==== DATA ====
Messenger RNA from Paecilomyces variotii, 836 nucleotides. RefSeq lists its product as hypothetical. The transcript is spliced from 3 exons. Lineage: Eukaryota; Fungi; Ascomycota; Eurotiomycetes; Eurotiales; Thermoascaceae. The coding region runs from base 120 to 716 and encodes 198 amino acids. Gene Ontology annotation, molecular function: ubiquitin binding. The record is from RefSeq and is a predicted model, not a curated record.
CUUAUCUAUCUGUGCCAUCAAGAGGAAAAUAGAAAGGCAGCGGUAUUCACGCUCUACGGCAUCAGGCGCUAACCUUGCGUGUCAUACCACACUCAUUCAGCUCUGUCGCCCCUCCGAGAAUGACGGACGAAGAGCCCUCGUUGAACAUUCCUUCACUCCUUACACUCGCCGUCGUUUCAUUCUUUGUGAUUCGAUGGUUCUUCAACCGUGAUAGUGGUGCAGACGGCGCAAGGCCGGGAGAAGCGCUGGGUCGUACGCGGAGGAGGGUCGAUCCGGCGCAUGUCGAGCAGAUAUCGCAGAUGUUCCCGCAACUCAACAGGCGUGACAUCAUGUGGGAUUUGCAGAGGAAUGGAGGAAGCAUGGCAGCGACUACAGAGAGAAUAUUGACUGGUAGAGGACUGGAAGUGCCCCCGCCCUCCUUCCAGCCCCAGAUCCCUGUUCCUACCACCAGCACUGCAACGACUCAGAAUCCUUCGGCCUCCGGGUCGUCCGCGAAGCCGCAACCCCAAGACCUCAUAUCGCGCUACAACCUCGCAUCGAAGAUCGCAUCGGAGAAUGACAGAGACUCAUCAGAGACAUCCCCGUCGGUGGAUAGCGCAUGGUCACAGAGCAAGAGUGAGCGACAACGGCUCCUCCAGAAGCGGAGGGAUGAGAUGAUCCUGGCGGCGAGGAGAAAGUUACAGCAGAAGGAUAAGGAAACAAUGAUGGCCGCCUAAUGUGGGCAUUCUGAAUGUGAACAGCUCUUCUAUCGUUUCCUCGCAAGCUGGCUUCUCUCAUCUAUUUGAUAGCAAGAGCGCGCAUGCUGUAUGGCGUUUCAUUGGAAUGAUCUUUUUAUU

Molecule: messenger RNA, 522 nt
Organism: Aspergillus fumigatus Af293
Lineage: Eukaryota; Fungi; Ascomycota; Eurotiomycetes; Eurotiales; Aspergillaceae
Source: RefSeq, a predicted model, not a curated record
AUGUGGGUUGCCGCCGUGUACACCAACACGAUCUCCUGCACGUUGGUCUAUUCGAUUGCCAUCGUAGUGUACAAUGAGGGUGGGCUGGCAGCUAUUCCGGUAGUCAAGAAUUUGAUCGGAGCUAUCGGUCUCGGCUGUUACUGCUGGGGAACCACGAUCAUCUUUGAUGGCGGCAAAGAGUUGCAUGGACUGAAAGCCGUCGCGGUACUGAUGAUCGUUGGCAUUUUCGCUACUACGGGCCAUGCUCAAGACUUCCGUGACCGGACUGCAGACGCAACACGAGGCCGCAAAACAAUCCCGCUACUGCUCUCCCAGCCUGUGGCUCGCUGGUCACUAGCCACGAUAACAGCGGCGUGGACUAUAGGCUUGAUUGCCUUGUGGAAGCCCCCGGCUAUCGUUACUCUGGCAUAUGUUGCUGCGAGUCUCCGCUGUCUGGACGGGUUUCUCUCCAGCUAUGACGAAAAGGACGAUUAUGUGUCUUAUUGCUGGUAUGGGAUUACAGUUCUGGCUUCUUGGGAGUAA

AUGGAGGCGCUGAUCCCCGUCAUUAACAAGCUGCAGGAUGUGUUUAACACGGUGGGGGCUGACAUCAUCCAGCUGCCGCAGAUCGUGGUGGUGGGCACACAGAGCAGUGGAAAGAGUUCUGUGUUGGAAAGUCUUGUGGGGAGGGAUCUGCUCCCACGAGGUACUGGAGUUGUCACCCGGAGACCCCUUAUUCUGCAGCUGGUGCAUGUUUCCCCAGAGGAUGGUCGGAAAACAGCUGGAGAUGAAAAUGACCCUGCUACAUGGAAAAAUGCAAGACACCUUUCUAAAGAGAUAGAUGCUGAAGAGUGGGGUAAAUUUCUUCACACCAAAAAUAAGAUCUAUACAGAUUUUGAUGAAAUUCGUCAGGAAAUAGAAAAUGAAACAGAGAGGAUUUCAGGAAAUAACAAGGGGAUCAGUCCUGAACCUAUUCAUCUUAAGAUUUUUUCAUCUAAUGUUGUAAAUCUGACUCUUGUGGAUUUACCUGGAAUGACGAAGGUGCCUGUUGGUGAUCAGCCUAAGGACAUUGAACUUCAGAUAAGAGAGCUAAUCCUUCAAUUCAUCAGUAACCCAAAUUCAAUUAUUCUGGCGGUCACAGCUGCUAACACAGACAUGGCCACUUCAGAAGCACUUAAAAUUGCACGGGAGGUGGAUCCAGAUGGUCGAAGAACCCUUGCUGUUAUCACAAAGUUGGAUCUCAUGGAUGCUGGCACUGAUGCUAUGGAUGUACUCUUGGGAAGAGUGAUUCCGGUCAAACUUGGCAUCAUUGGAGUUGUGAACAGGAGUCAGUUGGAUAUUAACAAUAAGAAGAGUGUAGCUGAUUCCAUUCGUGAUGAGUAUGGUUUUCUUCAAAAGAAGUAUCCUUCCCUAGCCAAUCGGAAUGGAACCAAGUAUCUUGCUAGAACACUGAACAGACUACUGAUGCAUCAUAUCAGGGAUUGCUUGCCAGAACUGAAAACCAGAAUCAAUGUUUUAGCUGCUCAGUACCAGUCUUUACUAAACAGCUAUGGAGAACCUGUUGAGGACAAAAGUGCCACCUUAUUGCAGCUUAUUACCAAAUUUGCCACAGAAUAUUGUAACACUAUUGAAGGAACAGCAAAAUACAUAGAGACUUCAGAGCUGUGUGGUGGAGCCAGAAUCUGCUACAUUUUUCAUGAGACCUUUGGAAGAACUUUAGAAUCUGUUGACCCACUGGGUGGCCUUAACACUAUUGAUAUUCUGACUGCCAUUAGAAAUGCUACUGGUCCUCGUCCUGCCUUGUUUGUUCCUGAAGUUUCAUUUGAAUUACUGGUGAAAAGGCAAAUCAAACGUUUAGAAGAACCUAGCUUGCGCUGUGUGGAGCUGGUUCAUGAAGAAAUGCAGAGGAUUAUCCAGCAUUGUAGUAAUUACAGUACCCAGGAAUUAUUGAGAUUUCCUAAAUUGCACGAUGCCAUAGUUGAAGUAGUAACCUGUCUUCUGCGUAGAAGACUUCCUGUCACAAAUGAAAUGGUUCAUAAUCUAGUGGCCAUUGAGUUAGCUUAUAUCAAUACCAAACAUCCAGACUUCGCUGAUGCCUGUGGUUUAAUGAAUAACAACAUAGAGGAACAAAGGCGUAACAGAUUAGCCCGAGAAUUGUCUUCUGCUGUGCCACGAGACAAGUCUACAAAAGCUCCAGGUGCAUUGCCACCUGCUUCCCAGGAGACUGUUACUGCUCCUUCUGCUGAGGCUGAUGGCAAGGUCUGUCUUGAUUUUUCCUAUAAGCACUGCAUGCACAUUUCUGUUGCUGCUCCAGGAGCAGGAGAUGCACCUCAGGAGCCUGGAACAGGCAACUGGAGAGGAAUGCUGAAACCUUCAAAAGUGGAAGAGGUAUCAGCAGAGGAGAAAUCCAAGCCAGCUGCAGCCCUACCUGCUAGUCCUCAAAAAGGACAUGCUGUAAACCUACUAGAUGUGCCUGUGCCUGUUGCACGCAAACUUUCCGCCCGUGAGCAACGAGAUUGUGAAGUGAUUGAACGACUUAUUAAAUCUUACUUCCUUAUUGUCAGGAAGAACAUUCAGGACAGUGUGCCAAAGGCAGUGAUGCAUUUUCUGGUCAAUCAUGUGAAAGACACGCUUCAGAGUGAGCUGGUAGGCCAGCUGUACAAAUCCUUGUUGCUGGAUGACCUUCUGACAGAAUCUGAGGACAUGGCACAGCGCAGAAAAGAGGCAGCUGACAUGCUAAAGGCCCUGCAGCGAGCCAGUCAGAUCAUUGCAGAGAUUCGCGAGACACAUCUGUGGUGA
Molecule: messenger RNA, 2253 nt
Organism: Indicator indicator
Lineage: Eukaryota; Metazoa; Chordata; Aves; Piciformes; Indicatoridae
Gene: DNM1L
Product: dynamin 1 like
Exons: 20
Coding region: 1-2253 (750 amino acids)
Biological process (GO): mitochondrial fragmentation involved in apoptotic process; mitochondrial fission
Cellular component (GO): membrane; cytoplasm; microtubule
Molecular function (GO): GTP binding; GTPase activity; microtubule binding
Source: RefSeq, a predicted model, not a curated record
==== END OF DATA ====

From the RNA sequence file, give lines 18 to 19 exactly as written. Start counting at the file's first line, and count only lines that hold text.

Molecular function (GO): GTP binding; GTPase activity; microtubule binding
Source: RefSeq, a predicted model, not a curated record